Benzocaine in Kwik Stop styptic powder

Discussion in 'Emergencies / Diseases / Injuries and Cures' started by dsbailey70, Dec 19, 2014.

  1. dsbailey70

    dsbailey70 Chillin' With My Peeps

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    Is the Benzocaine in Kwik Stop styptic powder safe for chickens? I just bought some on Amazon. It says it's safe for birds, but I thought that any 'o-caine' was supposed to be avoided with chickens? If it's unsafe, what non-caine bleeding stoppers are available? I need to trim my 4 chickens' claws, but want to have a bleeding stopper before I do, in case I quick one.
     
  2. KayTee

    KayTee Chillin' With My Peeps

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    Ground pepper (black or white, not chilli!) works wonders for stopping bleeding from small cuts.

    It's something that costs pennies, is frequently in the store cupboard, and that you tend to forget about.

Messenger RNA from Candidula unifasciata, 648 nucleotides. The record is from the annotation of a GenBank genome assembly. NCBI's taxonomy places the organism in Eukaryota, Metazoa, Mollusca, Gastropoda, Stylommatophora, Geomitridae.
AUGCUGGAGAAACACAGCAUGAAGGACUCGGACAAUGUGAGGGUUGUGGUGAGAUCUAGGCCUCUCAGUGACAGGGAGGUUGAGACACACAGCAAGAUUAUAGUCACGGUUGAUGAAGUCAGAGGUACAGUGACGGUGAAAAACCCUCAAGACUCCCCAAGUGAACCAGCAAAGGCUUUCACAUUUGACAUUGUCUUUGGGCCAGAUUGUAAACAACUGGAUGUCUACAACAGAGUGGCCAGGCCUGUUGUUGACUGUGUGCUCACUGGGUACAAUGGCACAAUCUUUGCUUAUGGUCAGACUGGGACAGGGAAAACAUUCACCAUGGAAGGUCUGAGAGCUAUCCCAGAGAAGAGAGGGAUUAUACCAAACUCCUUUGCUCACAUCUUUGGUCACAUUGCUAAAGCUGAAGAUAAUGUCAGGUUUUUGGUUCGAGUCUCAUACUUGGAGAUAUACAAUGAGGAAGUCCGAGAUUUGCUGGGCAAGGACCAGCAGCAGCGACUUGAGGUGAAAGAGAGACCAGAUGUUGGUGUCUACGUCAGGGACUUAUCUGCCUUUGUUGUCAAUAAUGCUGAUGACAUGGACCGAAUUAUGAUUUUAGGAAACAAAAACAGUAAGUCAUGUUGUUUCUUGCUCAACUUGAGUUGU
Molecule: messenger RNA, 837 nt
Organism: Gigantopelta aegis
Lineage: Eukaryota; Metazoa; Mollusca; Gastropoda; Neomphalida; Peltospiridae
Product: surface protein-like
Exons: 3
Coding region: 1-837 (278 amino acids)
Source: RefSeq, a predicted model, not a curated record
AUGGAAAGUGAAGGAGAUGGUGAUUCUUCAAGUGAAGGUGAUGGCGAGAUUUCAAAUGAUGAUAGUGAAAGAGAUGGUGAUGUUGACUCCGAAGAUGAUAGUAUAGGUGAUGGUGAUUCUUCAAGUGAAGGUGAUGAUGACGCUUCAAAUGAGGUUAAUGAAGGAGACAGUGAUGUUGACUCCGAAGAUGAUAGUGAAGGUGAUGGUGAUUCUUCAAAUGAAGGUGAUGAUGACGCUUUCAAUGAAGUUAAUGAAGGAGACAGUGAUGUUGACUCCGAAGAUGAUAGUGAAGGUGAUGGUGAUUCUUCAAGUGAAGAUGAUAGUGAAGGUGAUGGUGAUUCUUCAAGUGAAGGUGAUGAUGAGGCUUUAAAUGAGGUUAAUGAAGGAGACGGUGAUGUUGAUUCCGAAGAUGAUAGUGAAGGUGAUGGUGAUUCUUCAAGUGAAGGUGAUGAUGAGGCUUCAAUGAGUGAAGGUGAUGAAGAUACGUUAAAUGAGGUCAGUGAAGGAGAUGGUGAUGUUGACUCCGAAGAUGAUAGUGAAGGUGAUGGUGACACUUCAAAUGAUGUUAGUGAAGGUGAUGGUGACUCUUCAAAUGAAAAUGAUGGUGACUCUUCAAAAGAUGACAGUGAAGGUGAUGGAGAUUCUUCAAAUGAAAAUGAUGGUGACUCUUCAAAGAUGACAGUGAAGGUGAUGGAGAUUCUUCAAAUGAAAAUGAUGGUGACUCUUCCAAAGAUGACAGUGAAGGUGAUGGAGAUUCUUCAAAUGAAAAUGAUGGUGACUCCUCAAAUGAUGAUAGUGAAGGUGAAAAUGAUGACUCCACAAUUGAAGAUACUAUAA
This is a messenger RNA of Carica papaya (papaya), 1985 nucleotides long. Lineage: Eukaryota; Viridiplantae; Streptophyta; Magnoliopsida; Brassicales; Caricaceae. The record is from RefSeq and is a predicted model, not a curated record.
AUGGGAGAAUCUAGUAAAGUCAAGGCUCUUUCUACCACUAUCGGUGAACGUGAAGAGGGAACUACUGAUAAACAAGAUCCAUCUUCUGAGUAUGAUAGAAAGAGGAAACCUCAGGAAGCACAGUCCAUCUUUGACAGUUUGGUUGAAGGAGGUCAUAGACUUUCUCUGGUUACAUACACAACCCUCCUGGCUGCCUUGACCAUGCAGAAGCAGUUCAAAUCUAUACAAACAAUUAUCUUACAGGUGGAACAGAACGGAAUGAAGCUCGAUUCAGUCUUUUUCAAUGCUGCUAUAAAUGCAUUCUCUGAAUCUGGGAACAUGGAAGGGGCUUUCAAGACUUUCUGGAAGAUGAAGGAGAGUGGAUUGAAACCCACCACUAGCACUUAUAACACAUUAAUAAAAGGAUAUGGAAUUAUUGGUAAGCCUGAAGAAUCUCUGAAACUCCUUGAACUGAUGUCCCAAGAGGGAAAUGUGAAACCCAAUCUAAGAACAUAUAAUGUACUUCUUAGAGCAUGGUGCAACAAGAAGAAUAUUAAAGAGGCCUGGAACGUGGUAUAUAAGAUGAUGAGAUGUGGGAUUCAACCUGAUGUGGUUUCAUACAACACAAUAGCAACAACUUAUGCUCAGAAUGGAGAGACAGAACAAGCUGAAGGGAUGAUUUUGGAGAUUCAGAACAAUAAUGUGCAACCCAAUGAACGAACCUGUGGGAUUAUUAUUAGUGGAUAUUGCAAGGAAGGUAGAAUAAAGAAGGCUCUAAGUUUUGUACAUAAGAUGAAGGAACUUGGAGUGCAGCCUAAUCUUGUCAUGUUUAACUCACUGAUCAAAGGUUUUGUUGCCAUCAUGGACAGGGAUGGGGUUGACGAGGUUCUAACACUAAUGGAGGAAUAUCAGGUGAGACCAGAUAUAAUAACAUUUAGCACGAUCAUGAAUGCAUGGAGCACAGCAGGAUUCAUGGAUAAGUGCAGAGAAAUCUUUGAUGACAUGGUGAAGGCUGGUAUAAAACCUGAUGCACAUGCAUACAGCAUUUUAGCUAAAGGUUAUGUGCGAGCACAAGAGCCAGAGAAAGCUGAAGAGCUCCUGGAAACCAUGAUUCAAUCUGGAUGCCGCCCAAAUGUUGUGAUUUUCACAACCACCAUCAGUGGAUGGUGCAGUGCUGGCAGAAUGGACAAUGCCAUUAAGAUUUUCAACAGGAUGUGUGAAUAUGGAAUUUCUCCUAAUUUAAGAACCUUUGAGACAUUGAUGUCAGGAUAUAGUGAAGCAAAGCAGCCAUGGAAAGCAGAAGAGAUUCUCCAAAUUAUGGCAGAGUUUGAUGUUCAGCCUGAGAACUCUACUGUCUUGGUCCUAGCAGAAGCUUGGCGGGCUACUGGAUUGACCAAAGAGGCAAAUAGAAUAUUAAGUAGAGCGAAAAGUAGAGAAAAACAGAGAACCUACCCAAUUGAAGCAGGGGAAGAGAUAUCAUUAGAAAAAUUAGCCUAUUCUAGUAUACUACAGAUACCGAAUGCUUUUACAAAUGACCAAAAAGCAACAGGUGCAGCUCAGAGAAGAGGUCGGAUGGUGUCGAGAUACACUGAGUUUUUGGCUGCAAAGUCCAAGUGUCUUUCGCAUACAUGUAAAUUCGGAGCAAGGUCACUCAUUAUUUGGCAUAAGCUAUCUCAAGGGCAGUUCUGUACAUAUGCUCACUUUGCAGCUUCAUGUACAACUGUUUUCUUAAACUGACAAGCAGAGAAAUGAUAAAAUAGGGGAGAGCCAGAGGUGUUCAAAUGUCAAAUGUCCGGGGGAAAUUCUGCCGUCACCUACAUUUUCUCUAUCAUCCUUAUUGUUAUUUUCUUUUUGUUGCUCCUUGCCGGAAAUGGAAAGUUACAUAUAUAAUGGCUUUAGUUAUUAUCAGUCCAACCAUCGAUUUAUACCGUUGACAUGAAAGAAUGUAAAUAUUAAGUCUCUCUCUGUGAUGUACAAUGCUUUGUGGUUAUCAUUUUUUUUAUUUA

I was told to use it by a neighbour here in France, and it works perfectly - cheap, cheerful and no possible side effects. (And no it doesn't sting, as I first thought - only salt would do that - not pepper!)
     
    Last edited: Dec 19, 2014
  3. Eggcessive

    Eggcessive True BYC Addict Premium Member

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    Blood stop powder available in many brands found in farm stores contains ammonia alum or potassium alum, and works well to stop bleeding. Flour also works in a pinch. I haven't tried the pepper, but it sounds like it might be worth a try. I think it is supposed to be mixed in a paste in a link I read.
     
  4. dsbailey70

    dsbailey70 Chillin' With My Peeps

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    I've found 'wound sealer' powder at cvs and another local pharmacy. The pkg only has four small packets in it, and seems very expensive for using for claw trimming. It looks otherwise tho, and I may get a box of it for my animal first aid kit.
     
  5. casportpony

    casportpony Team Tube Feeding Captain & Poop Inspector General Premium Member

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    There's also "caine" in injectable penicillin, which people use in chickens, so I'm sure the powder will be fine. I've also used eye drops with caine and had no issues.